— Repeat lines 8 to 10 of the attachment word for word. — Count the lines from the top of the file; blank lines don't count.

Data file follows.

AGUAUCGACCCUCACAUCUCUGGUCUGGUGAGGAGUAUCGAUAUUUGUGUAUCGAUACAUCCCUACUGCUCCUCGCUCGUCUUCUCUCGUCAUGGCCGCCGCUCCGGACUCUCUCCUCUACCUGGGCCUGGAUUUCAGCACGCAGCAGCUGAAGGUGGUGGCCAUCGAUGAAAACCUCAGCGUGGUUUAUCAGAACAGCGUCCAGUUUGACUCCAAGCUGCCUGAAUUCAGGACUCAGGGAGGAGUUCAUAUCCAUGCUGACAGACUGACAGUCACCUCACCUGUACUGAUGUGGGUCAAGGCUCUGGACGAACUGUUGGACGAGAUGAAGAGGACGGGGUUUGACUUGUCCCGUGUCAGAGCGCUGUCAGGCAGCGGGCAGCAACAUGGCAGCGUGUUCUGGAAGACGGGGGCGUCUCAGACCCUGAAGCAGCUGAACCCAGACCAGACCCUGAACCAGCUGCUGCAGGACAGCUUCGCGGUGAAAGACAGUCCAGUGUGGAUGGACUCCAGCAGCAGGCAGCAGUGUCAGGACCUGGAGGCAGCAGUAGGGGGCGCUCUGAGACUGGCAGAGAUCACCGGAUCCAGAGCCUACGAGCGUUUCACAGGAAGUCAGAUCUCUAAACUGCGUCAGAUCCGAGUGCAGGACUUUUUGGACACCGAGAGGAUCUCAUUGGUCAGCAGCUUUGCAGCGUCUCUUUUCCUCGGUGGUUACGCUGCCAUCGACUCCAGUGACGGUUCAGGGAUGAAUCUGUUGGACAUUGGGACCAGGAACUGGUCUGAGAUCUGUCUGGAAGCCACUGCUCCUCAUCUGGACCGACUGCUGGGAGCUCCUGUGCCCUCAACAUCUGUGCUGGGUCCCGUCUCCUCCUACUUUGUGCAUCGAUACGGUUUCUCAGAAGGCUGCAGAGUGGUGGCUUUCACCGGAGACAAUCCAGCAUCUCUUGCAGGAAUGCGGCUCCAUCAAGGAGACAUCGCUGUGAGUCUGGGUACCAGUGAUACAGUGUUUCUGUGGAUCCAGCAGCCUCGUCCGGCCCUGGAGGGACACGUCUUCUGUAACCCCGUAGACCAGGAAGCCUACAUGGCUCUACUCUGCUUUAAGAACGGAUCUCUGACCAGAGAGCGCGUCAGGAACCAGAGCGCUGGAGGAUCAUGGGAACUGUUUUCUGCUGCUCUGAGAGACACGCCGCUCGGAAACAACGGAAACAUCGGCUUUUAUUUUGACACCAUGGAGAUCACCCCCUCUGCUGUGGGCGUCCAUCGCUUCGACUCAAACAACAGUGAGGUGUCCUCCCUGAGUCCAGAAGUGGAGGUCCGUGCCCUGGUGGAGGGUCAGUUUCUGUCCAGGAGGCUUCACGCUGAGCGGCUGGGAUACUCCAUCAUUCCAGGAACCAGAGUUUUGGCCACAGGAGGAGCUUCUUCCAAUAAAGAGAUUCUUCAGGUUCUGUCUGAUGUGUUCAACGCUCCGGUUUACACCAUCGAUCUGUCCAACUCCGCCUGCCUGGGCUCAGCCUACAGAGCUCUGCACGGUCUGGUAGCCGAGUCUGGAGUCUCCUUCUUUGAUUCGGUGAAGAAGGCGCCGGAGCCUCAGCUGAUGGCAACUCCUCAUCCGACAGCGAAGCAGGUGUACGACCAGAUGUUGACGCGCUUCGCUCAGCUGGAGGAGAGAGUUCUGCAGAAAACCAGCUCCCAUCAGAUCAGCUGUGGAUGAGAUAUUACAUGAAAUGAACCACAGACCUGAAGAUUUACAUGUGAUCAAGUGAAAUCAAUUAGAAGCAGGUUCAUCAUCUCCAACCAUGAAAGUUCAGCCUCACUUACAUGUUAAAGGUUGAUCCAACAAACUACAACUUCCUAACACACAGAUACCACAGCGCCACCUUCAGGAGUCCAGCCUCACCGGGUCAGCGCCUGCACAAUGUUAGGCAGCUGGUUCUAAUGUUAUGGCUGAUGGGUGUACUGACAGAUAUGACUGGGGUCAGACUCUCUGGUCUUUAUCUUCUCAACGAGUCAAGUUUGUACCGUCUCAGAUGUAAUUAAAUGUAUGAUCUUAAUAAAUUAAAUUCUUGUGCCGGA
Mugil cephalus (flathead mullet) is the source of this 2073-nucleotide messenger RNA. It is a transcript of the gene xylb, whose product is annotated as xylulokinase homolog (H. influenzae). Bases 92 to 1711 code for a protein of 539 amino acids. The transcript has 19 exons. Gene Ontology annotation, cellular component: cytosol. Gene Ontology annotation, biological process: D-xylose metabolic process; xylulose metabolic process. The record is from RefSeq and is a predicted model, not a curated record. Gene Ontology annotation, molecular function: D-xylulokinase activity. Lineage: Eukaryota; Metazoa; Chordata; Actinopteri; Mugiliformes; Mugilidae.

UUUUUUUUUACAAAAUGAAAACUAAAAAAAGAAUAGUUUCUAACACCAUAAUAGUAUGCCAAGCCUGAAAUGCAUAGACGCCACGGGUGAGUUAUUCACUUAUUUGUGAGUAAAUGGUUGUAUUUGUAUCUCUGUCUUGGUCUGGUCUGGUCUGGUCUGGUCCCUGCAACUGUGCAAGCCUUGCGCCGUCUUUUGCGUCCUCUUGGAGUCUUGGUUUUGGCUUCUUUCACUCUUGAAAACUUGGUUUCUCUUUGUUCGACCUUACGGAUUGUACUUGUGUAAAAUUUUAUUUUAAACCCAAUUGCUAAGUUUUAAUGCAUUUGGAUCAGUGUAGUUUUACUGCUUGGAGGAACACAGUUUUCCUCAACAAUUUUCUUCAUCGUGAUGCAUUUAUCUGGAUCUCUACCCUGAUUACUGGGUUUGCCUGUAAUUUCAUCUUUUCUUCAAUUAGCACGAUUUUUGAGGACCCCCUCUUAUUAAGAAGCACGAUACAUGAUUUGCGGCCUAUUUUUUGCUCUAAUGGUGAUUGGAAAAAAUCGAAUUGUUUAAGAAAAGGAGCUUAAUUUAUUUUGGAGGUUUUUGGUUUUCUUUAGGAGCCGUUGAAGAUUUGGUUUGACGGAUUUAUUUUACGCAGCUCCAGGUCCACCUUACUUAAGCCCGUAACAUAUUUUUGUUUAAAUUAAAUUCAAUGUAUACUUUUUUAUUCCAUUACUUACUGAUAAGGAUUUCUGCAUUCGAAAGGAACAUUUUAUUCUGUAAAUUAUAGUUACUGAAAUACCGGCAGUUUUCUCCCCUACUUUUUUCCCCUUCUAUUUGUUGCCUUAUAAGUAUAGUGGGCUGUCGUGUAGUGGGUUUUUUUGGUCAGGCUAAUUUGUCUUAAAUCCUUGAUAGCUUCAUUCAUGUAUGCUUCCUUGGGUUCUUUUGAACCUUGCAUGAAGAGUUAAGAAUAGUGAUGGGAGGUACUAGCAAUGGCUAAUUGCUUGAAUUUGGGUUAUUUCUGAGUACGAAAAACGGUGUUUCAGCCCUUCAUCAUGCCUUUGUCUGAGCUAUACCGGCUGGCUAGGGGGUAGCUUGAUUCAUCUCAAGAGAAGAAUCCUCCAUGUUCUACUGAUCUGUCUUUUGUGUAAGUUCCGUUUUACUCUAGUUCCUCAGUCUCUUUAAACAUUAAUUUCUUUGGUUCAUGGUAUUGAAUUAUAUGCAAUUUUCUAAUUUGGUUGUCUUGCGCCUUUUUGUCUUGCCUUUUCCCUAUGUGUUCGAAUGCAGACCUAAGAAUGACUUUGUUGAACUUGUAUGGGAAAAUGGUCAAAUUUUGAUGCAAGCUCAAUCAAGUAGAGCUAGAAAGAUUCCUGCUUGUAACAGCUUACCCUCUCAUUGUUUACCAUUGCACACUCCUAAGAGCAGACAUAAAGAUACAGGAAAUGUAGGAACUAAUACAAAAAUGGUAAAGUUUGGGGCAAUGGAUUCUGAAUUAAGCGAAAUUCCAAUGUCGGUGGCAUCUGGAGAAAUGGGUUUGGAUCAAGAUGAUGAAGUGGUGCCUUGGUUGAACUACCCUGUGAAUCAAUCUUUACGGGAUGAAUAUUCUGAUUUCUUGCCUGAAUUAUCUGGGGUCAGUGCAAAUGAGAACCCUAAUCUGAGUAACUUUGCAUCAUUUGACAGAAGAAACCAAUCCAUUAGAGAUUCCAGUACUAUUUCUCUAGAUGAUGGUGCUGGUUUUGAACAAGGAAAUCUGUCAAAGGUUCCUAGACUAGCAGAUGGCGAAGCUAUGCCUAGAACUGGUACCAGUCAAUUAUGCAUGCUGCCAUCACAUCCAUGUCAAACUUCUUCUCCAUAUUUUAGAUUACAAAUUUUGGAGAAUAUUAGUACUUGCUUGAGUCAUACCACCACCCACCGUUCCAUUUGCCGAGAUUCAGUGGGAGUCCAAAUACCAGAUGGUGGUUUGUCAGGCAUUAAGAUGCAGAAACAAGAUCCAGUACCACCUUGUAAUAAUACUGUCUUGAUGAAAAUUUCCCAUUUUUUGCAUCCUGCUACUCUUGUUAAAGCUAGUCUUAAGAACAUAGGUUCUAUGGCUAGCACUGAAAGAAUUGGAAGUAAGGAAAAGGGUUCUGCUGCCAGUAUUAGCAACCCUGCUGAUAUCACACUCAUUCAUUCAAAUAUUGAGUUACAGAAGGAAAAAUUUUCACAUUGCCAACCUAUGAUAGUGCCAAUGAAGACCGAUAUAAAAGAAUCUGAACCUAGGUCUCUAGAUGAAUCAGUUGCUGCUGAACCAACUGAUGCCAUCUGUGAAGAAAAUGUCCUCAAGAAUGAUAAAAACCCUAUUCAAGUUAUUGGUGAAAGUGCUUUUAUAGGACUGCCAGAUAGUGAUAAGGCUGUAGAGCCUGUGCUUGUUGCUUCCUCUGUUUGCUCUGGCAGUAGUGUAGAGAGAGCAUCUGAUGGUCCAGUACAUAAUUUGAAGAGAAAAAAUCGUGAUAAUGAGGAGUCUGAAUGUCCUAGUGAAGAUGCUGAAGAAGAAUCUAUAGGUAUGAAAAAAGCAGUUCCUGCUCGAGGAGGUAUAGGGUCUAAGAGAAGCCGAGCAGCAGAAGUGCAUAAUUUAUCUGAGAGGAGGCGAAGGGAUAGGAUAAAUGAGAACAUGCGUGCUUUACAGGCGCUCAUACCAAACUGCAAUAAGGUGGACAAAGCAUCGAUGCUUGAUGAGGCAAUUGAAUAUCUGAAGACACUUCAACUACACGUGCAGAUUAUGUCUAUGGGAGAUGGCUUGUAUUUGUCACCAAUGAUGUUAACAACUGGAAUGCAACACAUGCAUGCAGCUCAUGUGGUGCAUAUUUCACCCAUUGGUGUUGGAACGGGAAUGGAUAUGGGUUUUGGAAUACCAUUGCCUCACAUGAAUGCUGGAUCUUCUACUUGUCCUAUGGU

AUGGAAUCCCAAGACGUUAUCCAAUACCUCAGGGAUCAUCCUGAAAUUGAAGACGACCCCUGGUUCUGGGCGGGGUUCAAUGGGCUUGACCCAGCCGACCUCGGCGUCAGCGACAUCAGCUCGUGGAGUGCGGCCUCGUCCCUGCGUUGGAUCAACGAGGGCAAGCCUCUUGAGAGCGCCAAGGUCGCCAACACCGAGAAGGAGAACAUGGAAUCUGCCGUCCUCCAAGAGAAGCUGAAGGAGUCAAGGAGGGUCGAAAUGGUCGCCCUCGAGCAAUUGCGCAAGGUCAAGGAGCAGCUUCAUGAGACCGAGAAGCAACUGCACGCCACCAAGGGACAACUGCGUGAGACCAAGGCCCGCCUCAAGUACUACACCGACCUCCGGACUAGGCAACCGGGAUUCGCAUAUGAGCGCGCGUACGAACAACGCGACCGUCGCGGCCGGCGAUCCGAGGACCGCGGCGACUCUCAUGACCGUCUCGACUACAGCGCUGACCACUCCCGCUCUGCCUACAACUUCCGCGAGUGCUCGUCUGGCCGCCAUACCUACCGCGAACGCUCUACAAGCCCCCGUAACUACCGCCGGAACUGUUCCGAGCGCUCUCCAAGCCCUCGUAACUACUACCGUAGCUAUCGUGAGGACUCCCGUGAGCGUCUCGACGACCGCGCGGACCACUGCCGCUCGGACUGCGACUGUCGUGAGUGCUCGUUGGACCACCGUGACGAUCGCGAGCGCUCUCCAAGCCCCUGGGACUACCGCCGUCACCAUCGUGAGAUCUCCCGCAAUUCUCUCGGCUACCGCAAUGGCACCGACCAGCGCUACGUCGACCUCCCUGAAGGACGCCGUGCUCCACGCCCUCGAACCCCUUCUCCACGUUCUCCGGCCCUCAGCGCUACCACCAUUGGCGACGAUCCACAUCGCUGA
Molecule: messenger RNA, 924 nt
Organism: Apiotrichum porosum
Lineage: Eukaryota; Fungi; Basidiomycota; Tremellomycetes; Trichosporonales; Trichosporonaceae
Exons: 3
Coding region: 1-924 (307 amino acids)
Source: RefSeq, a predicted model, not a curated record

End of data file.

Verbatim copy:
Exons: 3
Coding region: 1-924 (307 amino acids)
Source: RefSeq, a predicted model, not a curated record